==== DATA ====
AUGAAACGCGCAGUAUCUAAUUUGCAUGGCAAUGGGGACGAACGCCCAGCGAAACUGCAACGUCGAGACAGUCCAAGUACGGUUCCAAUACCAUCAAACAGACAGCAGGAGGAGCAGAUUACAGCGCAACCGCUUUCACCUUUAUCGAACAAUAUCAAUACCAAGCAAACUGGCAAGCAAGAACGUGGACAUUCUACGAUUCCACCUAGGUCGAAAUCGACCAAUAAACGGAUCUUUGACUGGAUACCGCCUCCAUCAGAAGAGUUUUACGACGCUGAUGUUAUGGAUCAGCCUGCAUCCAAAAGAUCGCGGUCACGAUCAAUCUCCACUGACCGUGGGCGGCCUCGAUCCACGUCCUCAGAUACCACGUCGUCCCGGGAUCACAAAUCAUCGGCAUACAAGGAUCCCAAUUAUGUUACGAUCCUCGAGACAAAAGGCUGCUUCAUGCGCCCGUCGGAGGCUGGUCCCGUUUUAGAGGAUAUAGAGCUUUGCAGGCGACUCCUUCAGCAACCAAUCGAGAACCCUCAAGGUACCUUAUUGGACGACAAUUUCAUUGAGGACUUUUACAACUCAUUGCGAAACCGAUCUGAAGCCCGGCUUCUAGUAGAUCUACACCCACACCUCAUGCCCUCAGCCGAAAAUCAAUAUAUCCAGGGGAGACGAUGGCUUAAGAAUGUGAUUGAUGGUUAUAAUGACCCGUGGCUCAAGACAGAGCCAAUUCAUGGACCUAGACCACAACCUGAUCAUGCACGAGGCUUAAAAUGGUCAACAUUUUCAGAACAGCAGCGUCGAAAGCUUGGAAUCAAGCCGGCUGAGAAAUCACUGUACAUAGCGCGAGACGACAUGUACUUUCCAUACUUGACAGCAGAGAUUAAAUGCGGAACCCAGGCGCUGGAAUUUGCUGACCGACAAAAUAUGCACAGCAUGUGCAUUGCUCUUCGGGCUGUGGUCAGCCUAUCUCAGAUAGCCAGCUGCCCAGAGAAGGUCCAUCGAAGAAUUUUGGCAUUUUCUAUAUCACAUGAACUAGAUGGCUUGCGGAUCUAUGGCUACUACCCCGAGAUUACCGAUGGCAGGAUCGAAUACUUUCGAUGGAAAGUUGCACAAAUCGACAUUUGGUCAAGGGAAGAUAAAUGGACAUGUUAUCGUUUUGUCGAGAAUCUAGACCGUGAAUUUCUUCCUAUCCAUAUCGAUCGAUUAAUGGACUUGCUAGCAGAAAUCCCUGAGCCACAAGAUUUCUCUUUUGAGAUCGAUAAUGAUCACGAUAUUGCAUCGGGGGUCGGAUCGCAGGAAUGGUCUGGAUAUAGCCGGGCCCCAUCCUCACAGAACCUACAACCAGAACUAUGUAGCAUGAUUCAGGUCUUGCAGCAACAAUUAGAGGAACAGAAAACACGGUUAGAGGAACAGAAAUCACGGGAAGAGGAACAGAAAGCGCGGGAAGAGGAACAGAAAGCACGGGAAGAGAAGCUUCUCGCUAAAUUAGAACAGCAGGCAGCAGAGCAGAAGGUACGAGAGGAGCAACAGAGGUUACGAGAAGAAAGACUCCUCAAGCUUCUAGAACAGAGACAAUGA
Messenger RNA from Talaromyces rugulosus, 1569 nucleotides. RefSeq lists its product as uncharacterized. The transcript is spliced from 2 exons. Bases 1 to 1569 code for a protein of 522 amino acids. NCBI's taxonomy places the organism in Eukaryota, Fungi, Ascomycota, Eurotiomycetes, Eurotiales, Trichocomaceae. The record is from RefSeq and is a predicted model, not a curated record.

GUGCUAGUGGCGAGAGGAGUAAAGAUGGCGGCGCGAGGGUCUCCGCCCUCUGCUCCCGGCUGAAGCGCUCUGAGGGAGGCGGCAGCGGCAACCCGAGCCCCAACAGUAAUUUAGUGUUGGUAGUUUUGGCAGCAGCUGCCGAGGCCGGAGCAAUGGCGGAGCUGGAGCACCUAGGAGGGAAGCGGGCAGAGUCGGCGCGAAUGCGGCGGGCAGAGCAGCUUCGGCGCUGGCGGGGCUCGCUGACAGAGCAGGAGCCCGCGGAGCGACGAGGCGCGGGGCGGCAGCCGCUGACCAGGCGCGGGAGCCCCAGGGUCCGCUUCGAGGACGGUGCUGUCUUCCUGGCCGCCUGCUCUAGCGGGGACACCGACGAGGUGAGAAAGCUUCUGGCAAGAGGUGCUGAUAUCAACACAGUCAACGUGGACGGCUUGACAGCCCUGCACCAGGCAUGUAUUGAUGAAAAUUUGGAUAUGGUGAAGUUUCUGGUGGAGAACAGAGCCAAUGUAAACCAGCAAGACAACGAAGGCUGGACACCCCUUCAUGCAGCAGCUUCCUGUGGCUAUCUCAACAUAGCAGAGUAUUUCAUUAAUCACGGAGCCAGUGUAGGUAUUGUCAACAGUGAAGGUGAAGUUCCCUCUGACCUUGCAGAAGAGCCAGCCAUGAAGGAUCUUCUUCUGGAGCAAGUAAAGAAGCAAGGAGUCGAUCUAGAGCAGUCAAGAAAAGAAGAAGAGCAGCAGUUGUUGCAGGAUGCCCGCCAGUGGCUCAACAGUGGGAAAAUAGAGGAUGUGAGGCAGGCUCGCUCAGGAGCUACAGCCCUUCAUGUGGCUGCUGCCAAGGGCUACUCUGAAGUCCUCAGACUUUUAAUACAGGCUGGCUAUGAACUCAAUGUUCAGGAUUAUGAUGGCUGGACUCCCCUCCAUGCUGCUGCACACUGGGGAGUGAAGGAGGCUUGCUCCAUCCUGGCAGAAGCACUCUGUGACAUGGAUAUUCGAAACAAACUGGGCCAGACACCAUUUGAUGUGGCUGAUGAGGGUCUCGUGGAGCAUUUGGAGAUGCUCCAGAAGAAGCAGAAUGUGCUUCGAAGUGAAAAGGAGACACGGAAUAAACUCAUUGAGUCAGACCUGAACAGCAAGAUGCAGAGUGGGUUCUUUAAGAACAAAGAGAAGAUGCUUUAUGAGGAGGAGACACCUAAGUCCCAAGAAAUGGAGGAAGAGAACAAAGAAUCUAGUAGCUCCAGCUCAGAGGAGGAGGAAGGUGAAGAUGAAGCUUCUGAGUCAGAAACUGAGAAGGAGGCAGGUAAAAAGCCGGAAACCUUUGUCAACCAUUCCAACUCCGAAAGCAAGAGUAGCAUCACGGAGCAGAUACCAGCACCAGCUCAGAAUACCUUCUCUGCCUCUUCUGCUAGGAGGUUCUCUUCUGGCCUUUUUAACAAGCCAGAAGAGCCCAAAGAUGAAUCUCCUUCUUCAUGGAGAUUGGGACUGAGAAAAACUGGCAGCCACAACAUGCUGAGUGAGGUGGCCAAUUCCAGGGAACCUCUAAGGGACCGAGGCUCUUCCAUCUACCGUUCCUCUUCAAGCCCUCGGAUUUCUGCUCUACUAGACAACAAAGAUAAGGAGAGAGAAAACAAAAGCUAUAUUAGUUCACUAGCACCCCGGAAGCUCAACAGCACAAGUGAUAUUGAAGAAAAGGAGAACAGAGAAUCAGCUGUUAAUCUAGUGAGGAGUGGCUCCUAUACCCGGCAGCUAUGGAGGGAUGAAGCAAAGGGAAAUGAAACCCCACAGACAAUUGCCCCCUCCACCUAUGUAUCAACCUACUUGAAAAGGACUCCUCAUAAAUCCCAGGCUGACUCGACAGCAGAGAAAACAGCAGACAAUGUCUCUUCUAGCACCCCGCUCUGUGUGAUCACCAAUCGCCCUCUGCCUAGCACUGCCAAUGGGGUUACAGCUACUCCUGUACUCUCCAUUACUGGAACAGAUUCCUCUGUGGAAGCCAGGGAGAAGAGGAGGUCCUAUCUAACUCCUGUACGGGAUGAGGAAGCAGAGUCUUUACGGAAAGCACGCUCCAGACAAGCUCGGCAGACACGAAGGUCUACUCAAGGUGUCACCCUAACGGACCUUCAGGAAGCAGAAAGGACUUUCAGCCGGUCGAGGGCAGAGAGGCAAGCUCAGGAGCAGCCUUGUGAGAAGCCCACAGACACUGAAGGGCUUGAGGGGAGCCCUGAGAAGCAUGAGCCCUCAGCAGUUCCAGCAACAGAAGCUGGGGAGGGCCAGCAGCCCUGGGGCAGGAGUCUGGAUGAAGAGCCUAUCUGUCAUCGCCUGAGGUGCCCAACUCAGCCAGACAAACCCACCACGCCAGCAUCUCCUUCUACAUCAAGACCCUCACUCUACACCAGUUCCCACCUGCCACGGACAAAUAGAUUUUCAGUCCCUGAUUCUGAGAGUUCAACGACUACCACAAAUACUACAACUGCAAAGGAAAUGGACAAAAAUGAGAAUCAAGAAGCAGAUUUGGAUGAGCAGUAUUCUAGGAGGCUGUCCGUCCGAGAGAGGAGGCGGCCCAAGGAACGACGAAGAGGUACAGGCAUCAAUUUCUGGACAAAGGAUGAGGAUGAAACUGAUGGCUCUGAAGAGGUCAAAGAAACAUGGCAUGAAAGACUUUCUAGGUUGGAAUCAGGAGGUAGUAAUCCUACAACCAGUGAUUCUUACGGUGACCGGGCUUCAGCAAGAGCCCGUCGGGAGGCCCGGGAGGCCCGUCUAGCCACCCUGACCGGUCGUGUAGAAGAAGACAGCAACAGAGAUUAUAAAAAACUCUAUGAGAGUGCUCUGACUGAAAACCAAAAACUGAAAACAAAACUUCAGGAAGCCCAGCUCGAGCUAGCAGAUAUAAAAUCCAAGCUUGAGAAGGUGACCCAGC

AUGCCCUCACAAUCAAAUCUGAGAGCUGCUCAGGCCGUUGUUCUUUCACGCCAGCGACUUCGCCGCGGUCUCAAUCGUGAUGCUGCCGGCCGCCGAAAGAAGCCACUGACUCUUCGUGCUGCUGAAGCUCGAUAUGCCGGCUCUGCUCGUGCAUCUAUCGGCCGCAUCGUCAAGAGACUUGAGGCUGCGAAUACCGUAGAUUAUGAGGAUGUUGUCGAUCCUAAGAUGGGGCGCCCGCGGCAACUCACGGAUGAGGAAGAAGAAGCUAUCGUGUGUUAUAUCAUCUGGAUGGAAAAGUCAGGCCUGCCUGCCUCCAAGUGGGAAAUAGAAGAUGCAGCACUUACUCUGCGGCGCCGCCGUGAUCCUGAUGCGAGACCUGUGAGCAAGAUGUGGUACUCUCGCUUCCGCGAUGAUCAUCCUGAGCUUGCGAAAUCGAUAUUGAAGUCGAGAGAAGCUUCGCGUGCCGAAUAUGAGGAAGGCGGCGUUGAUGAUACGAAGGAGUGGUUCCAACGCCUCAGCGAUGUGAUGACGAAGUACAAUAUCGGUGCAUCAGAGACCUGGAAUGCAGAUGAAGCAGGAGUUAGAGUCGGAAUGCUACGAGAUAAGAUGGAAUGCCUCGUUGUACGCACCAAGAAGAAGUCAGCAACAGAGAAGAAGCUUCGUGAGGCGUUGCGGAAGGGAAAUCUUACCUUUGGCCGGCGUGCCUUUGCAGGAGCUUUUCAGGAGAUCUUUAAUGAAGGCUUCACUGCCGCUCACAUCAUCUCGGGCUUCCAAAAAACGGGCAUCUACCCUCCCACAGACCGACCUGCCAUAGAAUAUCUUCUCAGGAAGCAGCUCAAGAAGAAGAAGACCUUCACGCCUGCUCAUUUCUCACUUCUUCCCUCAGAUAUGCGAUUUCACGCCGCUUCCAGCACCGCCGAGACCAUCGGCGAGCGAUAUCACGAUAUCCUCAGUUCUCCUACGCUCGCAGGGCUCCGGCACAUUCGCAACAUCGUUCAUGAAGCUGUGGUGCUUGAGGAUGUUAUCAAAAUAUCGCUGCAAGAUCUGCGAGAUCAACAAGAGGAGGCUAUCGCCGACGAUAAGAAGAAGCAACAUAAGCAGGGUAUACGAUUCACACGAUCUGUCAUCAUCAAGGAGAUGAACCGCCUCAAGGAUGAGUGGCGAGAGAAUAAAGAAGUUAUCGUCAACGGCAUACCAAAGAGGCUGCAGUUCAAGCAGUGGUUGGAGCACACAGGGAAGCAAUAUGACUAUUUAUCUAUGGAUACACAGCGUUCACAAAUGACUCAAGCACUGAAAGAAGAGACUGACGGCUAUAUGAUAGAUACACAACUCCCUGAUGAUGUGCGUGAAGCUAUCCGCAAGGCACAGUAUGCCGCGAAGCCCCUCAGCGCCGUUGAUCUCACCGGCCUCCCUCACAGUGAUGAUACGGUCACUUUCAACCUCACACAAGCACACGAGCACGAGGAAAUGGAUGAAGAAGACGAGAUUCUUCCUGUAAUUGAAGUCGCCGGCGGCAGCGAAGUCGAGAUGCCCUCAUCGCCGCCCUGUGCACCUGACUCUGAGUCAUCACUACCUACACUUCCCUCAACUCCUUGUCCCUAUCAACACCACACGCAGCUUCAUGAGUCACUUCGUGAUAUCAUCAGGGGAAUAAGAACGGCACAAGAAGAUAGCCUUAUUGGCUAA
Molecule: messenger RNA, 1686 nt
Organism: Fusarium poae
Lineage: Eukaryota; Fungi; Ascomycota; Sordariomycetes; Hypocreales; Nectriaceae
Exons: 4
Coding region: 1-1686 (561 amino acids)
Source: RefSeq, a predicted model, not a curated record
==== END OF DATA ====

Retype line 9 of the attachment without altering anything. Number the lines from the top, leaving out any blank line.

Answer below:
Coding region: 1-1686 (561 amino acids)